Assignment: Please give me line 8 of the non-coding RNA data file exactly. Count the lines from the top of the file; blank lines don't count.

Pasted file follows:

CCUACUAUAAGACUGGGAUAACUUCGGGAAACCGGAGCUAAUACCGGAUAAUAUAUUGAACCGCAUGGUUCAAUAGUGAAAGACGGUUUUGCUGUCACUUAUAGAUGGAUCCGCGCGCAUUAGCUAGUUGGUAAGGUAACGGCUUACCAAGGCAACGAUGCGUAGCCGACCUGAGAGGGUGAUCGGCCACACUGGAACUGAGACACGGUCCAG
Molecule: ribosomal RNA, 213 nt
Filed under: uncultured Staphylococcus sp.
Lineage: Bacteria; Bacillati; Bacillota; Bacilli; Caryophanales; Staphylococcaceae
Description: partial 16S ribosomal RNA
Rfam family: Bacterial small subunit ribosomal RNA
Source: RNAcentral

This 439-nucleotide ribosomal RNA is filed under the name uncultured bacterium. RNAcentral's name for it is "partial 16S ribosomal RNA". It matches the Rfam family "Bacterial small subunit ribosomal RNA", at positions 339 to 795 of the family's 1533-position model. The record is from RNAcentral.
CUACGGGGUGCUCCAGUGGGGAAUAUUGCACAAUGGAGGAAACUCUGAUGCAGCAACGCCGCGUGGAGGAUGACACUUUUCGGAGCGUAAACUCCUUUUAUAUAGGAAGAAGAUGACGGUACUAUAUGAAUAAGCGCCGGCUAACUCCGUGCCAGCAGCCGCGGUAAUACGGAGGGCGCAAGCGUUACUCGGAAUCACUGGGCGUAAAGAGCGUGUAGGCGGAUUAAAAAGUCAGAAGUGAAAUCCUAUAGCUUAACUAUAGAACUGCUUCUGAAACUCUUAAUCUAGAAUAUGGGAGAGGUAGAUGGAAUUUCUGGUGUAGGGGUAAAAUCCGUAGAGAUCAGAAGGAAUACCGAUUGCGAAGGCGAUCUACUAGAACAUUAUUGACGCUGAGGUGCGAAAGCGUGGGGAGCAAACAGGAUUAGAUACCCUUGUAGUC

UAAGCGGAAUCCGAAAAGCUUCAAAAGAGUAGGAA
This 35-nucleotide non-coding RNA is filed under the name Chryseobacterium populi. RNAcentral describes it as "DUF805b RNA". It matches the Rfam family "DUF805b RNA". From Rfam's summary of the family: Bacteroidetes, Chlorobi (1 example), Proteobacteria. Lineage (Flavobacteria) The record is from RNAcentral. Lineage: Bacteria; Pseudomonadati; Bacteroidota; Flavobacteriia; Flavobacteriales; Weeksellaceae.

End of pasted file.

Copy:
This 439-nucleotide ribosomal RNA is filed under the name uncultured bacterium. RNAcentral's name for it is "partial 16S ribosomal RNA". It matches the Rfam family "Bacterial small subunit ribosomal RNA", at positions 339 to 795 of the family's 1533-position model. The record is from RNAcentral.